The various transitions from work to retirement have undergone radical transformation over the past few decades. From a
period when individuals were encouraged and looked forward to retiring early we have entered an era when living longer is
presented as an opportunity, or an obligation, to work longer and extend our working lives. A review of the research
literature on the extension of working life has identified a variety of factors implicated in individual decision-taking. These
include: health status, pension provision, caring responsibilities, opportunities for flexible work and other external and
individual factors. Statistical models using these determinants have left much of the variance in employment between
individuals unexplained, because of the difficulty of capturing the complexity of factors in each case. The aim of this study
is to contribute to knowledge about the processes and factors which exert influence on working in later life with the aim of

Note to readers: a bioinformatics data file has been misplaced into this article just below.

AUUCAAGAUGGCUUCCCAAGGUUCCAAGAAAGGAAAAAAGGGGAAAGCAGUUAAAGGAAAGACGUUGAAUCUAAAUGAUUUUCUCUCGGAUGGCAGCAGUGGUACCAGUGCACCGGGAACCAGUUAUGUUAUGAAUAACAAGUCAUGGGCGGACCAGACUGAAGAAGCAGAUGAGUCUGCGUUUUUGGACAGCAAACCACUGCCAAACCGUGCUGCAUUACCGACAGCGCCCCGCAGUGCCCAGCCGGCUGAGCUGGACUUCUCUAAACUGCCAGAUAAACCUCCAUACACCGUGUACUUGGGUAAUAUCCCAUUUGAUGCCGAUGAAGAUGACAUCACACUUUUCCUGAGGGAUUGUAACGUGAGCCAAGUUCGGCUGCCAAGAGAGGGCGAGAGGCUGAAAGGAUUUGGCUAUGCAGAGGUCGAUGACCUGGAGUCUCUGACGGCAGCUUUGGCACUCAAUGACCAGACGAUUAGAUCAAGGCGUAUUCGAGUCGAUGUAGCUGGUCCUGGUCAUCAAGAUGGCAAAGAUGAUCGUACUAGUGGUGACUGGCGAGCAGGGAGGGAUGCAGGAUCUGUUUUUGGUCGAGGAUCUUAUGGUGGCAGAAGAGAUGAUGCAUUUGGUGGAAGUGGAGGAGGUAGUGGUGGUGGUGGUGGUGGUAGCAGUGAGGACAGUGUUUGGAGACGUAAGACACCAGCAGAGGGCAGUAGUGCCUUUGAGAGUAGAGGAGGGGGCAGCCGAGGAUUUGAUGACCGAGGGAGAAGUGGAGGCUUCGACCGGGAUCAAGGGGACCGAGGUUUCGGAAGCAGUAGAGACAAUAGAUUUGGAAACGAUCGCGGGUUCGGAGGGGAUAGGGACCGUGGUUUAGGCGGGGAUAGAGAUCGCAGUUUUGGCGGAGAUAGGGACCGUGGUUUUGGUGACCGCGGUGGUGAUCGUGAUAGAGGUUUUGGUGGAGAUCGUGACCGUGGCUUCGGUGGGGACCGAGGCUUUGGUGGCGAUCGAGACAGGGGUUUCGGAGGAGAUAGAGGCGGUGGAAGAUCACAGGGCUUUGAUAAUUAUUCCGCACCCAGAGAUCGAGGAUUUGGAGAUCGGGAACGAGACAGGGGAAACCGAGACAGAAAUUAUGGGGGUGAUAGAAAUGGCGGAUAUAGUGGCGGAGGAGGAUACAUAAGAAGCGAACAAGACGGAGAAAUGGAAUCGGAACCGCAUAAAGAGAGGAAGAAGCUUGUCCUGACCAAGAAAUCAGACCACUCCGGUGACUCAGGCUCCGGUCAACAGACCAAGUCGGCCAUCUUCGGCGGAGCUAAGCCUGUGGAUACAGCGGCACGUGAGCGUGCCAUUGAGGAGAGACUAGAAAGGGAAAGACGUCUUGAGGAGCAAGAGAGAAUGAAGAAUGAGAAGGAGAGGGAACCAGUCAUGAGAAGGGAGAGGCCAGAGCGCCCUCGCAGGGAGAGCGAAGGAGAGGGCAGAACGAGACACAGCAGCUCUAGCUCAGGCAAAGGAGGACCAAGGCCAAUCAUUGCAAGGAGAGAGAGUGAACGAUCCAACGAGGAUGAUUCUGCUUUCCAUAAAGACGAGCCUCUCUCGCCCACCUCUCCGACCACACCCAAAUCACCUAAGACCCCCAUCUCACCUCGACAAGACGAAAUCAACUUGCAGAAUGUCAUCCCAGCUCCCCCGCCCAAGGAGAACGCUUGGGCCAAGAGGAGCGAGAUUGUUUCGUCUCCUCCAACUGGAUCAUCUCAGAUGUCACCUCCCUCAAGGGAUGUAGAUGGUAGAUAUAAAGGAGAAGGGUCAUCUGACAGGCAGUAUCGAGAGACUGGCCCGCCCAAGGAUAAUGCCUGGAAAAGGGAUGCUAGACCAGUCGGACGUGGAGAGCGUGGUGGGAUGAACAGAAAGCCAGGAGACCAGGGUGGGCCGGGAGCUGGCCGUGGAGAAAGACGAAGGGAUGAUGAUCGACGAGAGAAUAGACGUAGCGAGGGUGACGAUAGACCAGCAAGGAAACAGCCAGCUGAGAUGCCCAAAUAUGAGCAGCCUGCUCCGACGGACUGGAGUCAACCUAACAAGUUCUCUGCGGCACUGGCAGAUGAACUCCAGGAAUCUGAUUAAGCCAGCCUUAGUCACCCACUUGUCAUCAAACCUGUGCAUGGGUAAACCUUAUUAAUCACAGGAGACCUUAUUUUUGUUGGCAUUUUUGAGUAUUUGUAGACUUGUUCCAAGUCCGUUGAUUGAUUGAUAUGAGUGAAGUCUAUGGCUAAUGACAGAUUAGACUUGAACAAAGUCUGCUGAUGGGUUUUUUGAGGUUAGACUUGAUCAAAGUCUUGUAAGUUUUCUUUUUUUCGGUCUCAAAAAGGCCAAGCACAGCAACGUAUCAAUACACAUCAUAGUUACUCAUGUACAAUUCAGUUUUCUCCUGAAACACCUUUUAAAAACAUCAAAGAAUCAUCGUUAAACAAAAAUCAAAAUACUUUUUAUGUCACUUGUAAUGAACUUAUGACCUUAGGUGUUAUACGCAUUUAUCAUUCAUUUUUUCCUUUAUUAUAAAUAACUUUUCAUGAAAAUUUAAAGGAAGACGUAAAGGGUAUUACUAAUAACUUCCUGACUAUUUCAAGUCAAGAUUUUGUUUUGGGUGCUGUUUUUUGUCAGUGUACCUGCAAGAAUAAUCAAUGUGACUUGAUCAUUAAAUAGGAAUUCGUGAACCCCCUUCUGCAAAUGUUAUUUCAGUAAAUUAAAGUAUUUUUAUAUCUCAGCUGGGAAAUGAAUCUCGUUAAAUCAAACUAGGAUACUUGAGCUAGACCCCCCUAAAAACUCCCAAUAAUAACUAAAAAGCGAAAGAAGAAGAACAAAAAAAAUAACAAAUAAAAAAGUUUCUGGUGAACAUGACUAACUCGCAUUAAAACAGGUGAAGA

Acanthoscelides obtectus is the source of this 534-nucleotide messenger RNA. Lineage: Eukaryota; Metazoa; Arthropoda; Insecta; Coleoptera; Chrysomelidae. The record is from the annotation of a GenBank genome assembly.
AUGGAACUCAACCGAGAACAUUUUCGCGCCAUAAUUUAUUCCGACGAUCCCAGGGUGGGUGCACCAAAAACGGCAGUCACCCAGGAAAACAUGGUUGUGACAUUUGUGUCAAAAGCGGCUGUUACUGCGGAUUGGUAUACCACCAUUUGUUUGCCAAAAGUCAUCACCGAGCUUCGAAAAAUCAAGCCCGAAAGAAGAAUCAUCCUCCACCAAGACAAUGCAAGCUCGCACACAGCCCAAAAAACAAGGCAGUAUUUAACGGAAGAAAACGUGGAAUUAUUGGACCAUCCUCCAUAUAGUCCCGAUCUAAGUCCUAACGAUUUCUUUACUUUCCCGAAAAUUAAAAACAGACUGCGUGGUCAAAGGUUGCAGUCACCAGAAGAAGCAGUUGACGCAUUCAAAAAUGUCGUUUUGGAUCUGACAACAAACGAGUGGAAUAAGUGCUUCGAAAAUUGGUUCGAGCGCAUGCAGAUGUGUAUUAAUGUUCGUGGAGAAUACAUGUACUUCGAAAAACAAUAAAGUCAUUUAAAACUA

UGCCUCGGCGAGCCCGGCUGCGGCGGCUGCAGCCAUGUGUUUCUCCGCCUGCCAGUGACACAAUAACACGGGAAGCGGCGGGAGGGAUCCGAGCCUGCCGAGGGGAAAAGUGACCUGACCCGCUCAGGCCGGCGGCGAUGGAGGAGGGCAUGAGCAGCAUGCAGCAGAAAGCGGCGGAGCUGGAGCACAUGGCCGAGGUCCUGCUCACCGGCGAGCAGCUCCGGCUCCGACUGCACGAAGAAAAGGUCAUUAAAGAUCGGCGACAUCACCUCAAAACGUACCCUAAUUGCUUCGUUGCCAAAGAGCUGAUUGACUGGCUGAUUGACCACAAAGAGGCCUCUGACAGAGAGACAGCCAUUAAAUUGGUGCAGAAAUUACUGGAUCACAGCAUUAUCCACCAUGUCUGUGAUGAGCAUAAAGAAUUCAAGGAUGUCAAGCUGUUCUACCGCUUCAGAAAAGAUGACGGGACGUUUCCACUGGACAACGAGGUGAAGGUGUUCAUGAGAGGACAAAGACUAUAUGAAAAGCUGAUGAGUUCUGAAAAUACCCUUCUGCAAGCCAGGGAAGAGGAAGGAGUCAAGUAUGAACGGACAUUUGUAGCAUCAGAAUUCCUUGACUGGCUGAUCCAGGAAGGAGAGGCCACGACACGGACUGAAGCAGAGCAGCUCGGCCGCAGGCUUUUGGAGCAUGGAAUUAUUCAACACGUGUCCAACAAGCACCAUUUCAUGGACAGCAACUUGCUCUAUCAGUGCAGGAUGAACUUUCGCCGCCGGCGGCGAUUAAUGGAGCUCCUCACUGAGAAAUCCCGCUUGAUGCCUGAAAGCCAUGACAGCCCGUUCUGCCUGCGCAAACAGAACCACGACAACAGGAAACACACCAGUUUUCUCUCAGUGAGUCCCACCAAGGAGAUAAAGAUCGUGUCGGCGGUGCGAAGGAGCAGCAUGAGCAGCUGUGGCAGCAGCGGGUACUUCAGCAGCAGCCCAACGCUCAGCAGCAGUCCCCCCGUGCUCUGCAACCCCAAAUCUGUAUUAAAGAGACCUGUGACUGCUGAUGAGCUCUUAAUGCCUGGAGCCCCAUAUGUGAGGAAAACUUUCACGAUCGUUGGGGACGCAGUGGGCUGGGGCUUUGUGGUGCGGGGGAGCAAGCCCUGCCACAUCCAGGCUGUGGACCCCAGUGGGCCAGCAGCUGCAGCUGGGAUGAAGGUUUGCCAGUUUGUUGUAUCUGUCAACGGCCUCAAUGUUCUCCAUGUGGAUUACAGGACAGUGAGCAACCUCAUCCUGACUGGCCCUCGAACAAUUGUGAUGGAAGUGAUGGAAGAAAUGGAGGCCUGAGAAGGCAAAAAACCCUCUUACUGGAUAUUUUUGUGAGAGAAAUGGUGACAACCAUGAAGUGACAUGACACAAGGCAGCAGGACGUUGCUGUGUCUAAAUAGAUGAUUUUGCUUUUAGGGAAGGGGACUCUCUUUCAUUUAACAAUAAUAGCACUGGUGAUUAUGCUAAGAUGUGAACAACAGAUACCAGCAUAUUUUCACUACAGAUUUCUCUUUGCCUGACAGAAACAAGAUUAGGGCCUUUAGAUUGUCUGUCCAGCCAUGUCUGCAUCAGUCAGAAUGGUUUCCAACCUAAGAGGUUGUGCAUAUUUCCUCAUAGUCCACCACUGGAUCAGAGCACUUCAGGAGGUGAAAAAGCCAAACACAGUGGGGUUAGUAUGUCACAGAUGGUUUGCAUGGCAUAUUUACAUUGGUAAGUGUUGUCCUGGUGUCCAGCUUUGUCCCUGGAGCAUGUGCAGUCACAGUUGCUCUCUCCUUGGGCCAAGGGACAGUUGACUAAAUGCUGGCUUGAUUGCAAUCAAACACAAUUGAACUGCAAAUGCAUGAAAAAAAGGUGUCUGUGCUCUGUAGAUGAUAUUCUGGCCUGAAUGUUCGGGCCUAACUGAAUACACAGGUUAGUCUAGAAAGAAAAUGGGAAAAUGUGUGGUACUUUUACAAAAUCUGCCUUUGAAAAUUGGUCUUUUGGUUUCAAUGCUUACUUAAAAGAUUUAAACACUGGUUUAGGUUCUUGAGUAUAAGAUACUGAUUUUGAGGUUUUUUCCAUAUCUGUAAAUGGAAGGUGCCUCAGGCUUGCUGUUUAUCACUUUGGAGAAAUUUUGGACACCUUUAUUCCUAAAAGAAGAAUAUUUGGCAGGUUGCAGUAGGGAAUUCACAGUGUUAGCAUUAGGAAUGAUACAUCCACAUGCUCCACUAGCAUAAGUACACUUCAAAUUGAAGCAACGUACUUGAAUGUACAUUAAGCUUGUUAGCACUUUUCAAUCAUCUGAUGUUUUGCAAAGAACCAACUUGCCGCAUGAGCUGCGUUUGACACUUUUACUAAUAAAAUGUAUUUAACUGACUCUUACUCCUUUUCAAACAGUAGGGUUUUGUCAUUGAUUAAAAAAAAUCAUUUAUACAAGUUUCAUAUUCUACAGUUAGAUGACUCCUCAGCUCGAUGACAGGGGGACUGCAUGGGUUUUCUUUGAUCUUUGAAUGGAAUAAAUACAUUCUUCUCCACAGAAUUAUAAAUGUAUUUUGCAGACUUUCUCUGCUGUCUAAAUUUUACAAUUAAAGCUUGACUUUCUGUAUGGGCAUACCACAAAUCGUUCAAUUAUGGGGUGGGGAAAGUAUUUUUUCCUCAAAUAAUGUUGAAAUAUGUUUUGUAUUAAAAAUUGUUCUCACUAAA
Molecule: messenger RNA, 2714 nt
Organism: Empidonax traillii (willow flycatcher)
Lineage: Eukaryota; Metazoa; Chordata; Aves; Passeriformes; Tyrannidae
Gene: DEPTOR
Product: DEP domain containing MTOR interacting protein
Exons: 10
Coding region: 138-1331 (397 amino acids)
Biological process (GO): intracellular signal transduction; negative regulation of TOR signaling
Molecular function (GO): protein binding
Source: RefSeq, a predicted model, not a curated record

enhancing policy development and employer practice.
The ending of the default retirement age (DRA) opens up a radically different environment for the individual and the
employer: both are entering periods of uncertainty in exploring work options for the future. The transition from work to
retirement is no longer well-institutionalised but much more subject to a myriad of organisational and individual pressures
which may be unpredictable; as such these transitions carry new risks both for employers and employees. This proposal
from a multidisciplinary team will use a mixed methods approach to develop a richer picture of what is happening at the end
of working life.